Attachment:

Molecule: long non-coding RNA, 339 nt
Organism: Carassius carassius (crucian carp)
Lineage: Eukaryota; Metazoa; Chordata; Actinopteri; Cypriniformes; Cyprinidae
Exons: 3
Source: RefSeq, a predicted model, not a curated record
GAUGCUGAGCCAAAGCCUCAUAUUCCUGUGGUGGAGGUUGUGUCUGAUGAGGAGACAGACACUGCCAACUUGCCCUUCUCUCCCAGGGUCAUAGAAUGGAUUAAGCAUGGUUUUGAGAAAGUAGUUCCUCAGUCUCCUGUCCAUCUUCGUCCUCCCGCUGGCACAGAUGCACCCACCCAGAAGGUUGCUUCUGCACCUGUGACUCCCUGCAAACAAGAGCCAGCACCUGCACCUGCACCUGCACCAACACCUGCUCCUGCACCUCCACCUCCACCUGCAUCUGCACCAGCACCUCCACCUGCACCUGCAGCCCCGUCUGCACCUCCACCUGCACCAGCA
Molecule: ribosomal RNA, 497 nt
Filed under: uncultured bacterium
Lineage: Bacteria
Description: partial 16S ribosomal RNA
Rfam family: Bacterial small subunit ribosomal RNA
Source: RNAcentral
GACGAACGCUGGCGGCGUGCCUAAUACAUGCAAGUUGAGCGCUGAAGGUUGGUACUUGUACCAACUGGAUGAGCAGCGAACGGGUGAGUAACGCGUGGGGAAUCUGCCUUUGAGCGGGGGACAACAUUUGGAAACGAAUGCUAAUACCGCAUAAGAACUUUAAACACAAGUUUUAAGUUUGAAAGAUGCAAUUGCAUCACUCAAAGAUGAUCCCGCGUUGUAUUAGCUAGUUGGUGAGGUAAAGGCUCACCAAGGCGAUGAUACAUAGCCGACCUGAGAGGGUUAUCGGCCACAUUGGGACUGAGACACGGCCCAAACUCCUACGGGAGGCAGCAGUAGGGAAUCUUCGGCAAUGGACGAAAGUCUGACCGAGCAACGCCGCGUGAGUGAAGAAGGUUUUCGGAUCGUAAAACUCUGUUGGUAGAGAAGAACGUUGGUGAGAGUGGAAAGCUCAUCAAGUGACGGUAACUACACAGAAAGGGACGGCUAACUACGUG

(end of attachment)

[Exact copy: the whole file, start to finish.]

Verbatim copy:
Molecule: long non-coding RNA, 339 nt
Organism: Carassius carassius (crucian carp)
Lineage: Eukaryota; Metazoa; Chordata; Actinopteri; Cypriniformes; Cyprinidae
Exons: 3
Source: RefSeq, a predicted model, not a curated record
GAUGCUGAGCCAAAGCCUCAUAUUCCUGUGGUGGAGGUUGUGUCUGAUGAGGAGACAGACACUGCCAACUUGCCCUUCUCUCCCAGGGUCAUAGAAUGGAUUAAGCAUGGUUUUGAGAAAGUAGUUCCUCAGUCUCCUGUCCAUCUUCGUCCUCCCGCUGGCACAGAUGCACCCACCCAGAAGGUUGCUUCUGCACCUGUGACUCCCUGCAAACAAGAGCCAGCACCUGCACCUGCACCUGCACCAACACCUGCUCCUGCACCUCCACCUCCACCUGCAUCUGCACCAGCACCUCCACCUGCACCUGCAGCCCCGUCUGCACCUCCACCUGCACCAGCA
Molecule: ribosomal RNA, 497 nt
Filed under: uncultured bacterium
Lineage: Bacteria
Description: partial 16S ribosomal RNA
Rfam family: Bacterial small subunit ribosomal RNA
Source: RNAcentral
GACGAACGCUGGCGGCGUGCCUAAUACAUGCAAGUUGAGCGCUGAAGGUUGGUACUUGUACCAACUGGAUGAGCAGCGAACGGGUGAGUAACGCGUGGGGAAUCUGCCUUUGAGCGGGGGACAACAUUUGGAAACGAAUGCUAAUACCGCAUAAGAACUUUAAACACAAGUUUUAAGUUUGAAAGAUGCAAUUGCAUCACUCAAAGAUGAUCCCGCGUUGUAUUAGCUAGUUGGUGAGGUAAAGGCUCACCAAGGCGAUGAUACAUAGCCGACCUGAGAGGGUUAUCGGCCACAUUGGGACUGAGACACGGCCCAAACUCCUACGGGAGGCAGCAGUAGGGAAUCUUCGGCAAUGGACGAAAGUCUGACCGAGCAACGCCGCGUGAGUGAAGAAGGUUUUCGGAUCGUAAAACUCUGUUGGUAGAGAAGAACGUUGGUGAGAGUGGAAAGCUCAUCAAGUGACGGUAACUACACAGAAAGGGACGGCUAACUACGUG